MEXICO | "Smiling" Figure, 7th–8th century. Mexico, Mesoamerica, Veracruz. The Metropolitan Museum of Art, New York.The Michael C. Rockefeller Memorial Collection, Bequest of Nelson A. Rockefeller, 1979 (1979.206.1211) #WorldCup
Candraprabha, Personification of the Moon, late 7th–8th century. Central Thailand. Lent by Victoria and Albert Museum, London (IS.27-1987) | The practice of personifying planets has Vedic origins in ancient India and was undoubtedly part of the veneration of the elements in Southeast Asian antiquity as well. #LostKingdoms
Bodhisattva, probably Maitreya, Seated in Royal Ease, ca. 8th–9th century. Central Myanmar. Lent by Victoria and Albert Museum, London (IM.39-1922) | This bronze ranks foremost in the small corpus of late Pyu metal Buddhist icons. It depicts a bodhisattva, likely the Buddha of the Future, Maitreya, seated in royal ease (rajalilasana). #LostKingdoms
Jaharis Byzantine Lectionary, ca. 1100. Made in Constantinople. The Metropolitan Museum of Art, New York. Purchase, Mary and Michael Jaharis Gift and Lila Acheson Wallace Gift, 2007 (2007.286) | Shown to have been made for use in Hagia Sophia, the patriarchal church of the Byzantine Empire, this manuscript exemplifies the Byzantine interest in the art of the book. #OneMetManyWorlds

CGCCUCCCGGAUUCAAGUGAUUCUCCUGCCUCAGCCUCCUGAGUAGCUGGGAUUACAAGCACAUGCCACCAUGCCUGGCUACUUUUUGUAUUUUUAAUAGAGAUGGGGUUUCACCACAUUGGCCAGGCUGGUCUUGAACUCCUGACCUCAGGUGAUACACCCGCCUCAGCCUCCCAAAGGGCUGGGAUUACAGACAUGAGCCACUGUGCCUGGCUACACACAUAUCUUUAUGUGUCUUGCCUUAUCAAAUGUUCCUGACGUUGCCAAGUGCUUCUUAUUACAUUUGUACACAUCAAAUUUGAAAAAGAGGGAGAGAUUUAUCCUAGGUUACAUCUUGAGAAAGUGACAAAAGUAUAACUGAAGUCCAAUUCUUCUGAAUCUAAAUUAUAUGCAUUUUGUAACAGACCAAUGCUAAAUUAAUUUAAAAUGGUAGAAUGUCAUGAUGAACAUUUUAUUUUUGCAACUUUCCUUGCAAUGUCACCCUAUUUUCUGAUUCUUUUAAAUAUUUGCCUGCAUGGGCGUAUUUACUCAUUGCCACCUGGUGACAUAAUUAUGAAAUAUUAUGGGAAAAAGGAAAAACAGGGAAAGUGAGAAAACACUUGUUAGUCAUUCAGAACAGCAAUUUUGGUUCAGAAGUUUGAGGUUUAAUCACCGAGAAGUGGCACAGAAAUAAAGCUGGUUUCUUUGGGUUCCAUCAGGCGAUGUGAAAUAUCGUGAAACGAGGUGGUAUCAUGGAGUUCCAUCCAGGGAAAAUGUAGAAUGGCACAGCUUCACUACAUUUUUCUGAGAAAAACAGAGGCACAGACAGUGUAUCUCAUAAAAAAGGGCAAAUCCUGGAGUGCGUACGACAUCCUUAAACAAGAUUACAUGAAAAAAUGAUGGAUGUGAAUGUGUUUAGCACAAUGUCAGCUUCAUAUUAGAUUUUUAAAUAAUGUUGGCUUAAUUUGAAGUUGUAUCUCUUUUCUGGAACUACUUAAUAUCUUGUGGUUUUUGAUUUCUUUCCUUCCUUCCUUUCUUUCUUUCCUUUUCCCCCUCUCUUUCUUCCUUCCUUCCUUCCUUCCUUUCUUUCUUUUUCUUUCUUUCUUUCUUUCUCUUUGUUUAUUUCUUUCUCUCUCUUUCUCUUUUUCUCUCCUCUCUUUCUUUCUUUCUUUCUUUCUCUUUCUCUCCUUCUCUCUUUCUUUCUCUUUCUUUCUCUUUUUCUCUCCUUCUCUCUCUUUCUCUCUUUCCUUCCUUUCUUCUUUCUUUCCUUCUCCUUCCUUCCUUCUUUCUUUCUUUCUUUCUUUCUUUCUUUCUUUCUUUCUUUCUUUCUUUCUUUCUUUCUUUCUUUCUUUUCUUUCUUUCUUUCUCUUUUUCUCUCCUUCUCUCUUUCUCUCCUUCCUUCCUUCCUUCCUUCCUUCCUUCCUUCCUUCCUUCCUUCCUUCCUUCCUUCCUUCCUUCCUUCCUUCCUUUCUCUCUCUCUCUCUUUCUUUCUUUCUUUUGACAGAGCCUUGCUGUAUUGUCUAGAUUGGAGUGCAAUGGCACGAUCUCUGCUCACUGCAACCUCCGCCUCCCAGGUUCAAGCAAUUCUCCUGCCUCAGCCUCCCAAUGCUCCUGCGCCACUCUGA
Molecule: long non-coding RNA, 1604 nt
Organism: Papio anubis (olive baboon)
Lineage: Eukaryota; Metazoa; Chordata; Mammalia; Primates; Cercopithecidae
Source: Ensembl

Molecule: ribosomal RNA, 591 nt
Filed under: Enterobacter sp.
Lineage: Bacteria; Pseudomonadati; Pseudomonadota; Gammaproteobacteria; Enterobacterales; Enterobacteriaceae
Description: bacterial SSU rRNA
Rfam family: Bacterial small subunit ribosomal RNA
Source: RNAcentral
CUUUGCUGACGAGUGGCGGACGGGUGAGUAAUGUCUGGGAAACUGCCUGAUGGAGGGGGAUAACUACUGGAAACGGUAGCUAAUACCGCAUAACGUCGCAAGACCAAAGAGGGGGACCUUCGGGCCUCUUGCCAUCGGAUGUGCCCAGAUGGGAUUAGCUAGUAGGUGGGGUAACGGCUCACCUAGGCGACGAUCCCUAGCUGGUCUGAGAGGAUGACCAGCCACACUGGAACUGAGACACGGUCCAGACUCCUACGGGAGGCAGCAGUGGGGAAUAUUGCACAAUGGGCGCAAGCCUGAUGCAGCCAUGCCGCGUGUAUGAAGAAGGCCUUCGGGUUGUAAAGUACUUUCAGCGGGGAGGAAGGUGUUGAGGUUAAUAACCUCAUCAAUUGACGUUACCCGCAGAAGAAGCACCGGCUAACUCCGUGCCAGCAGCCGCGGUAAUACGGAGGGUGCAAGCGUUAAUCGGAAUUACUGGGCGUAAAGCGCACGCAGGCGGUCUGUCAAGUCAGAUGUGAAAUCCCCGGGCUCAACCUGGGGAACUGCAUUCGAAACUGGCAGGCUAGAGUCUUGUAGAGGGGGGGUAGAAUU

Lintel Depicting Vishnu Anantasayin and the Birth of Brahma, mid-7th century. Western Cambodia. Lent by National Museum of Cambodia, Phnom Penh (Ka.3218) | This lintel depicting a beloved creation myth in Hindu cosmology, the birth of Brahma, represents the beginning of this subject’s portrayal in Southeast Asia. The composition is dominated by the majestic figure of Vishnu outstretched in slumber on the coils of the world-snake Ananta. #LostKingdoms
[Album of Egyptian and Turkish photographs. Volume 1/assembled by Rudolf H. and Lulu Reinhart in 1906 on their wedding trip], 1906. Rare Books in The Metropolitan Museum of Art Libraries. The Metropolitan Museum of Art, New York. Thomas J. Watson Library (b1051820_v1_018) | In 1906, Egypt was a perfect honeymoon destination for Rudolf H. and Lulu Reinhart
This 1933 photograph of the Great Hall shows the Assyrian human-headed winged bull and winged lion (lamassu). These sculpture are now on view in The Raymond and Beverly Sackler Gallery for Assyrian Art (401) in the Ancient Near Eastern Art department.